08/15/2013 10:16 am ET Updated Oct 15, 2013

The Ground Glass

One of my greatest pleasures as a 12 year-old kid was borrowing my dad's Rolleiflex camera (with permission, of course), setting it up on a tripod, and focusing the world onto the ground glass. Things seemed both more vivid and defined when resolved onto that ruled surface. The image was upside-down, small, square, a bit dim, and two-dimensional, but it was more real to me than the world that was projected onto it.


Photograph by Rhys Edwards

We "see" as light is projected onto the retina (a curved but essentially two-dimensional surface). The image formed on our retina is smaller, inverted, and reversed from than the world viewed. Everything we see has been projected onto that little movie screen (though there is no corresponding little picture sent to our brains). We don't see the world; we see through this visual intermediary, our internal ground glass.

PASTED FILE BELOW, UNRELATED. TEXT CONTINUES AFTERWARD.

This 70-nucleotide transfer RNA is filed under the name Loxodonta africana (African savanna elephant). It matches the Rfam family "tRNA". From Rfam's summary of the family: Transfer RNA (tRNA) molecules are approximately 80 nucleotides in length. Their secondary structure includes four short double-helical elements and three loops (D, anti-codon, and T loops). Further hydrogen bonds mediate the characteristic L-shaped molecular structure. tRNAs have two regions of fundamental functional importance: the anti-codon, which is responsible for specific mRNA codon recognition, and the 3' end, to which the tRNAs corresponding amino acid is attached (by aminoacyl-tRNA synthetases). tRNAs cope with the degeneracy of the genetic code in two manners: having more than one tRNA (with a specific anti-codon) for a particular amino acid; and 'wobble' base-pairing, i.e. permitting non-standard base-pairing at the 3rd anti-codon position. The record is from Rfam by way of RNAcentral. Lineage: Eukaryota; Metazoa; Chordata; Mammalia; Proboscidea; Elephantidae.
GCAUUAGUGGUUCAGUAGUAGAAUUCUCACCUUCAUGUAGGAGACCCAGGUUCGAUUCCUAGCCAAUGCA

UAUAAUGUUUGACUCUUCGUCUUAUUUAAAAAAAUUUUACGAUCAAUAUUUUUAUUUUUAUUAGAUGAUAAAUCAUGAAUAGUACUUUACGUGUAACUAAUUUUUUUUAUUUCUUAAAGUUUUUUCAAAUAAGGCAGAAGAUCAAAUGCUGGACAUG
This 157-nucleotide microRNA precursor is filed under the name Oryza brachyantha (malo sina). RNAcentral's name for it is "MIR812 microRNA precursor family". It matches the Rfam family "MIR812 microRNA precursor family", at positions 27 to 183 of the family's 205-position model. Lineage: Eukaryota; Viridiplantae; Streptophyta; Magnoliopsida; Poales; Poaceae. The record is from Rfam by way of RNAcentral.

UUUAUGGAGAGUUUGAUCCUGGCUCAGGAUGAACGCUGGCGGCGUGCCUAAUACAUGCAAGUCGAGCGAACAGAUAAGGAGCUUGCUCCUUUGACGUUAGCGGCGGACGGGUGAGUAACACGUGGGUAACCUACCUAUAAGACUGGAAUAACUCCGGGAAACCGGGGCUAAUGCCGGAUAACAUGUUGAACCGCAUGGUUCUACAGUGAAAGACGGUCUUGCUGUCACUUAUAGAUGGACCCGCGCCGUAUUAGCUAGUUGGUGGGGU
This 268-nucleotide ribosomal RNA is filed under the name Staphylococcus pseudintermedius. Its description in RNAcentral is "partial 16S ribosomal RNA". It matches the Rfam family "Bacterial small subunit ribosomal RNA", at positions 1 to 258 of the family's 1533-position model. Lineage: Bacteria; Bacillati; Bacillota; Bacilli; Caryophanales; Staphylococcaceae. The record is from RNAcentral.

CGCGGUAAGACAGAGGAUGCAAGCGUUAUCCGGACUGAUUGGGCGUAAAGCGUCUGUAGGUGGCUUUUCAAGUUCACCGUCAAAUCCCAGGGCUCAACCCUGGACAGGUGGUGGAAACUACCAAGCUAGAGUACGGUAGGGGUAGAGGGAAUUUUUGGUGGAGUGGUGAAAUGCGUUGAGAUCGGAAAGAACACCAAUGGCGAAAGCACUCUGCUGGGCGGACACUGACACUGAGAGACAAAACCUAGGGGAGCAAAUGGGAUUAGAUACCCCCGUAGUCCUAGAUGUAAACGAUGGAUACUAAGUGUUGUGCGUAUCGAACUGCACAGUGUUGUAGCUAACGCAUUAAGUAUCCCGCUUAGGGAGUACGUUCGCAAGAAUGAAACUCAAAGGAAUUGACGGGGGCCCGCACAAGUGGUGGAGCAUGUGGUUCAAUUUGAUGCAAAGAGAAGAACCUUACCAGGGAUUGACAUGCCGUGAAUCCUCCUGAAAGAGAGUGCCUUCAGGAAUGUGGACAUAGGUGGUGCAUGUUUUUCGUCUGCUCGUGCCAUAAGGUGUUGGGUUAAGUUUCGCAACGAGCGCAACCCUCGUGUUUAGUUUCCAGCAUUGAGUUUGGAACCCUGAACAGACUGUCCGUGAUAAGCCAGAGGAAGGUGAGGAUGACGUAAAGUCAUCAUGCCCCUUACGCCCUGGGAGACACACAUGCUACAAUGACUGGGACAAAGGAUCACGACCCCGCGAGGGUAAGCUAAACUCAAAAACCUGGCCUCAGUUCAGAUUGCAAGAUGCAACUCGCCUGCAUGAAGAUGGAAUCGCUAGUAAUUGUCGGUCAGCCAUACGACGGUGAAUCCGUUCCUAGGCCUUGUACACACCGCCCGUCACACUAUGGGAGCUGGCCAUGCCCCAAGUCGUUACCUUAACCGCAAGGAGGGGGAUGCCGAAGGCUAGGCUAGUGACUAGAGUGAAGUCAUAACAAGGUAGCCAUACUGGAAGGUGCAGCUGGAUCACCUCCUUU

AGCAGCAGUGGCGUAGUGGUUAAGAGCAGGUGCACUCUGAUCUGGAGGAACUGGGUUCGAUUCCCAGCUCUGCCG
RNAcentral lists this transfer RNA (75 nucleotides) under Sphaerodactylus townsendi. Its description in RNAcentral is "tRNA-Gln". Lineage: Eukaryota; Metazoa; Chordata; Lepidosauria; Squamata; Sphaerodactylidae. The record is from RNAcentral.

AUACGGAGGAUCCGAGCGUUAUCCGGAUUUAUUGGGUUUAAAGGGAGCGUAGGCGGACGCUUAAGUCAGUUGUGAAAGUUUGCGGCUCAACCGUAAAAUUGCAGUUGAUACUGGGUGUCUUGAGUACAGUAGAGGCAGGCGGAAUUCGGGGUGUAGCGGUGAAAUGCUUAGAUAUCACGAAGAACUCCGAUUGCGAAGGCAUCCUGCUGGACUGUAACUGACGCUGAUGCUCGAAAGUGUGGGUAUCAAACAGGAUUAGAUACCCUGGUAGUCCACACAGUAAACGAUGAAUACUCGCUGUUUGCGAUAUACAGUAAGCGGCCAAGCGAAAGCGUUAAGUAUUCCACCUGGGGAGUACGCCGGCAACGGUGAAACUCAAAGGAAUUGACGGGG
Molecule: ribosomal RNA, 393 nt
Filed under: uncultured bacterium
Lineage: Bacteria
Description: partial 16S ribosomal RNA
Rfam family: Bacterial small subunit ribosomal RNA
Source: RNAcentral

The world resists control, and experience is fleeting and ephemeral. I think visual art must have started as a way to bring order to nature and to hold on to, share, and exchange information and experience. Art had to be removed from life to preserve it. It must have seemed kind of magic to make something that outlasts you, reaches past you, and touches other people. It really is magic if you think about it.

I don't borrow the Rolleiflex and tripod any more. I found a new and more portable way to project, order, and record the world. It's always with me. It's my iPhone.